Social Media needs warning labels, contributing to teenage mental health crisis says US Surgeon General

US Surgeon General Vivek Murthy wants to see warning labels akin to cigarettes on social media. You know, for kids!

I think children tend to be a lot more savvy about social media than adults, but warning labels certainly can't hurt something that seems to be doing little to help anyone. It'd be awesome to see more labels on individual pieces of content for the easily duped. YouTube has announced it is going to trial a "Notes" function to allow "the community" to turn a spotlight on bullshit.

"It is time to require a surgeon general's warning label on social media platforms, stating that social media is associated with significant mental health harms for adolescents. A surgeon general's warning label, which requires congressional action, would regularly remind parents and adolescents that social media has not been proved safe," Murthy said. "Evidence from tobacco studies show that warning labels can increase awareness and change behavior."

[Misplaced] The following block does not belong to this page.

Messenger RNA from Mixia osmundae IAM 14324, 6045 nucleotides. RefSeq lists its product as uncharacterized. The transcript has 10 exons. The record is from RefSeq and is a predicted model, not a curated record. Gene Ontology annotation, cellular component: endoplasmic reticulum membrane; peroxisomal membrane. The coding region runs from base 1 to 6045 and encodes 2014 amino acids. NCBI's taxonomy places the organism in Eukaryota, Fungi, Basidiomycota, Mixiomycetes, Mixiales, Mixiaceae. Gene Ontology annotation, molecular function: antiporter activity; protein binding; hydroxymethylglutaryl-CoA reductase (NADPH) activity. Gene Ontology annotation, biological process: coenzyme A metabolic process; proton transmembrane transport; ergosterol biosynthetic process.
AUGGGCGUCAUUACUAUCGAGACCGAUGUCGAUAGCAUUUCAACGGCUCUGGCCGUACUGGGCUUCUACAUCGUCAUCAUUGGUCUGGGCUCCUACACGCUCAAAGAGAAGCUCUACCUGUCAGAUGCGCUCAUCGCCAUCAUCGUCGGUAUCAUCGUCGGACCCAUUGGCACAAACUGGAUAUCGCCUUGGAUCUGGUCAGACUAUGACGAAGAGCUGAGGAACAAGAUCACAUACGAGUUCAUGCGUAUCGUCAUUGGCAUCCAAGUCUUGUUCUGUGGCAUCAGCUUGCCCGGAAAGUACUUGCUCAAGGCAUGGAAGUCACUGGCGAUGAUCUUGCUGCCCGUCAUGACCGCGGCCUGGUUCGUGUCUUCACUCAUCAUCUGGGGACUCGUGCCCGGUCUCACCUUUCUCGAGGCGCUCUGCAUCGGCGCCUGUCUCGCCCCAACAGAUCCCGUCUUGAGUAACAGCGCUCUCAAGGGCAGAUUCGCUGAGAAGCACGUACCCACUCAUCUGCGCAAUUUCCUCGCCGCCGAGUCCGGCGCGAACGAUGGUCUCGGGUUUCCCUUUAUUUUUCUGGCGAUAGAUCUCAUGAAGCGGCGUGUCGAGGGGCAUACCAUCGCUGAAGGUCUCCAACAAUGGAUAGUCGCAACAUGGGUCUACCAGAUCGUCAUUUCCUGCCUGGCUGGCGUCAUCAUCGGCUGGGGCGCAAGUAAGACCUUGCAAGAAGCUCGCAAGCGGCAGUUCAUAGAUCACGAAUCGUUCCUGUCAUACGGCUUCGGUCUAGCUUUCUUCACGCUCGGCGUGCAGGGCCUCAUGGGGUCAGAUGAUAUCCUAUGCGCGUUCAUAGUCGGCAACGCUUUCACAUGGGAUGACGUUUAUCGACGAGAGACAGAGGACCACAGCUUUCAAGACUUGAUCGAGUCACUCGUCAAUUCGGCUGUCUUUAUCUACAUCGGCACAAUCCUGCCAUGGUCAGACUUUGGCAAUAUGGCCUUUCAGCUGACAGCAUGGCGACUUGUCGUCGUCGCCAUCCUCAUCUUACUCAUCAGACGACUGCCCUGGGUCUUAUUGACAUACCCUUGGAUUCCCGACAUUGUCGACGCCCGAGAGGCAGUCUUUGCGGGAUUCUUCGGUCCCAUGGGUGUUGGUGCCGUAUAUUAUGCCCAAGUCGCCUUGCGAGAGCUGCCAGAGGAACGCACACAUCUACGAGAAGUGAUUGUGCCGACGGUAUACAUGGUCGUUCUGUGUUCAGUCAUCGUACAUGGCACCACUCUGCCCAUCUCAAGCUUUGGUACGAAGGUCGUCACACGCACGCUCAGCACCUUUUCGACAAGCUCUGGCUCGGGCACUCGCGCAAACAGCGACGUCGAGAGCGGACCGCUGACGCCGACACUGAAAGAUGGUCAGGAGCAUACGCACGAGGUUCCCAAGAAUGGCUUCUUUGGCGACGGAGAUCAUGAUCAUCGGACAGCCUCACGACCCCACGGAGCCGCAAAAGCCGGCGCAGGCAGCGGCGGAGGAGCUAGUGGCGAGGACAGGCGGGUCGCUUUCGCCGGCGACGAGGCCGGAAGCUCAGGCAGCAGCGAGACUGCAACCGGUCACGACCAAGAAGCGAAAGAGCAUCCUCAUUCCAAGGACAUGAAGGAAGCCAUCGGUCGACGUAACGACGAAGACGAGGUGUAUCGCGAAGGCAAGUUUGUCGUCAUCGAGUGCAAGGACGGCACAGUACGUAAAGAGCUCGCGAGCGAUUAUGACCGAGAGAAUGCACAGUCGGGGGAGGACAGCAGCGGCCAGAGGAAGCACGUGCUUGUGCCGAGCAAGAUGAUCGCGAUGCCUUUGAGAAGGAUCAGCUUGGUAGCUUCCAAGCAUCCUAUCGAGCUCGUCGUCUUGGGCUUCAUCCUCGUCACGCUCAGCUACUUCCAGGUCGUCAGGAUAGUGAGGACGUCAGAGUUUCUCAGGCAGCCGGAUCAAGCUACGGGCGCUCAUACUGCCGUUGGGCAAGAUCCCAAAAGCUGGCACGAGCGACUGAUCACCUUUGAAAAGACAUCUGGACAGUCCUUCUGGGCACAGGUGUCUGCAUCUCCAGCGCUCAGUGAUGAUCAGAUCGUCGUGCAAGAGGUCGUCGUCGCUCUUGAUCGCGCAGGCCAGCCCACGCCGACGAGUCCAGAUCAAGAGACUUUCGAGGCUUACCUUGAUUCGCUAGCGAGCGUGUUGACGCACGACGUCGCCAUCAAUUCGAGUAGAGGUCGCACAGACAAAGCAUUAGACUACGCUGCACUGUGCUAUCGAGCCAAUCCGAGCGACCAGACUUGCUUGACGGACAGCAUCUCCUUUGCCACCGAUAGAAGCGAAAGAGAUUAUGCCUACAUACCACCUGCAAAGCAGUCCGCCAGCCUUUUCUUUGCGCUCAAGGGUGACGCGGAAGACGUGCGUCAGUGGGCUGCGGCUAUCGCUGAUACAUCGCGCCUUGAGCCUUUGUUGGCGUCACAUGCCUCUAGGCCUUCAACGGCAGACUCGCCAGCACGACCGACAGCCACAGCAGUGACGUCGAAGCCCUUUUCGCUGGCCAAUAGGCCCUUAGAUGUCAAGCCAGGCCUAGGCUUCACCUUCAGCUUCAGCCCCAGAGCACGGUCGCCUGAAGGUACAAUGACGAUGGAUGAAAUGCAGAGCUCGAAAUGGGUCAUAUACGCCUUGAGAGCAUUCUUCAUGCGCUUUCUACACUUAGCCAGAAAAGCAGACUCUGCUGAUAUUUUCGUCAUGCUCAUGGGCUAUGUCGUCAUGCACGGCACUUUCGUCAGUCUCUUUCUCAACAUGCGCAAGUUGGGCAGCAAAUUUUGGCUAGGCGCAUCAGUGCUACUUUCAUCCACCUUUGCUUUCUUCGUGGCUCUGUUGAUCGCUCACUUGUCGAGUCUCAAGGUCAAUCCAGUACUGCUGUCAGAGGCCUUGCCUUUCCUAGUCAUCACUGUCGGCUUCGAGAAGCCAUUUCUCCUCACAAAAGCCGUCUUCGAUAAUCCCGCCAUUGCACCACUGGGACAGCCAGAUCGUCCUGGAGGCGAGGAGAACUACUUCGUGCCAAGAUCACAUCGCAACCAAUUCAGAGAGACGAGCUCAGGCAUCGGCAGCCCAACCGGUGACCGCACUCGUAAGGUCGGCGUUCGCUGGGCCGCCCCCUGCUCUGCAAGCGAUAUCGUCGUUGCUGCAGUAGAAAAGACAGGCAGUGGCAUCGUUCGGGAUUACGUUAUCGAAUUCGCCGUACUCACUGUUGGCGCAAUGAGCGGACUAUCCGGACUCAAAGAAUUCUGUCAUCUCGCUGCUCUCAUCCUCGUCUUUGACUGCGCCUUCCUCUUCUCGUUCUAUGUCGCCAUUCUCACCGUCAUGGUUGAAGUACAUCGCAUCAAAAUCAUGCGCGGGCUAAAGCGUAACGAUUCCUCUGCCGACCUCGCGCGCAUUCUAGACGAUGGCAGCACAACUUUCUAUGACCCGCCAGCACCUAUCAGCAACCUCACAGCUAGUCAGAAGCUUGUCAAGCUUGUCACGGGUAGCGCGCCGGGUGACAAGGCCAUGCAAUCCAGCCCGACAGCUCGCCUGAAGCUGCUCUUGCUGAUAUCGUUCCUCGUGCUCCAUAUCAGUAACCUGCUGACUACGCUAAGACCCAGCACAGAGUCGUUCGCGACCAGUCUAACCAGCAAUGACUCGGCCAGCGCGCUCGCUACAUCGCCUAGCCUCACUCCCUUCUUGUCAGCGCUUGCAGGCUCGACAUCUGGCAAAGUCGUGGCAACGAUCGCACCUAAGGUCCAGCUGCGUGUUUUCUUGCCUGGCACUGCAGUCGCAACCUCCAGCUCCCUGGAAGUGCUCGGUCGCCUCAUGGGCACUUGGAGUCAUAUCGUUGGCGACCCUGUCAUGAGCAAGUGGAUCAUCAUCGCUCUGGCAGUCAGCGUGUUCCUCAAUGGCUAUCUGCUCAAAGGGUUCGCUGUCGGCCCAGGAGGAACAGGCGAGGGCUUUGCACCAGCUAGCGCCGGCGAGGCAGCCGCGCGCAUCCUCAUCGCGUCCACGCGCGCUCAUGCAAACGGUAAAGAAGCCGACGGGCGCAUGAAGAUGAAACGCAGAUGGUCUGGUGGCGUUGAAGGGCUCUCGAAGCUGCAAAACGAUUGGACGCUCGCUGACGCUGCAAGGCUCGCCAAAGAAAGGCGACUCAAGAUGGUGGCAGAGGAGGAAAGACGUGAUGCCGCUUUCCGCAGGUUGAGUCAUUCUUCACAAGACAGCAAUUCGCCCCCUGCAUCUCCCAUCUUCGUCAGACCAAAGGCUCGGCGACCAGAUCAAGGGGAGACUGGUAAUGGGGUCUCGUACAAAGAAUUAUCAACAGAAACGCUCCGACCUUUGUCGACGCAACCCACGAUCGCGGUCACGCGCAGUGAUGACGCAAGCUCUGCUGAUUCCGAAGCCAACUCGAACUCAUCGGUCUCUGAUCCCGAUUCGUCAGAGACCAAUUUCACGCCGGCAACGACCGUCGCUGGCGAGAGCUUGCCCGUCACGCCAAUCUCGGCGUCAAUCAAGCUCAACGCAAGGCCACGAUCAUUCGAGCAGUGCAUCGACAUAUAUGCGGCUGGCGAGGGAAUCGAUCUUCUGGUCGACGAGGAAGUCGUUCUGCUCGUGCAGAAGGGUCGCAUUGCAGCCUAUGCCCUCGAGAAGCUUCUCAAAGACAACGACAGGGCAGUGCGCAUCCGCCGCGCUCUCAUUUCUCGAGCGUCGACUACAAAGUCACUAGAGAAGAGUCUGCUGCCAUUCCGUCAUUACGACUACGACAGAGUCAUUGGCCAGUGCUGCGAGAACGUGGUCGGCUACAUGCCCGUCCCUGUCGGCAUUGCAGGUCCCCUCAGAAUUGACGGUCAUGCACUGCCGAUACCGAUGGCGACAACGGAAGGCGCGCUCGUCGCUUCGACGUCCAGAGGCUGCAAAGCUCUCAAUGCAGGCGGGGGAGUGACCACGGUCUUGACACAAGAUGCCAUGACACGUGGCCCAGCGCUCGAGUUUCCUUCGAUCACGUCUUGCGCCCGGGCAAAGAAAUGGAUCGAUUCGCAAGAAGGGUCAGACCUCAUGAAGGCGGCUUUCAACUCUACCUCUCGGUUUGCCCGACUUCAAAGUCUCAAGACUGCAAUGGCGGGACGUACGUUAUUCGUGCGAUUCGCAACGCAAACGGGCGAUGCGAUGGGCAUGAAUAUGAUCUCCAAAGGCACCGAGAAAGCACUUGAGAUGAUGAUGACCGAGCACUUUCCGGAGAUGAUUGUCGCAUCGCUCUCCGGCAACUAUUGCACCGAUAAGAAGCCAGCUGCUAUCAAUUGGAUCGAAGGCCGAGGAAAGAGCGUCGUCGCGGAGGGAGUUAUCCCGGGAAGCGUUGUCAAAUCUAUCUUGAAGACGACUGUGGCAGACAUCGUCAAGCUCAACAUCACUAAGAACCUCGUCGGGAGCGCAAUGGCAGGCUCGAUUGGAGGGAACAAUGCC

Murthy said that the use of just a warning label wouldn't make social media safe for young people, but would be a part of the steps needed.

Social media use is prevalent among young people, with up to 95% of youth ages 13 to 17 saying that they use a social media platform, and more than a third saying that they use social media "almost constantly," according to 2022 data from the Pew Research Center.

"Social media today is like tobacco decades ago: It's a product whose business model depends on addicting kids. And as with cigarettes, a surgeon general's warning label is a critical step toward mitigating the threat to children," Josh Golin, executive director at Fairplay, an organization that is dedicated to ending marketing to children, said in a statement.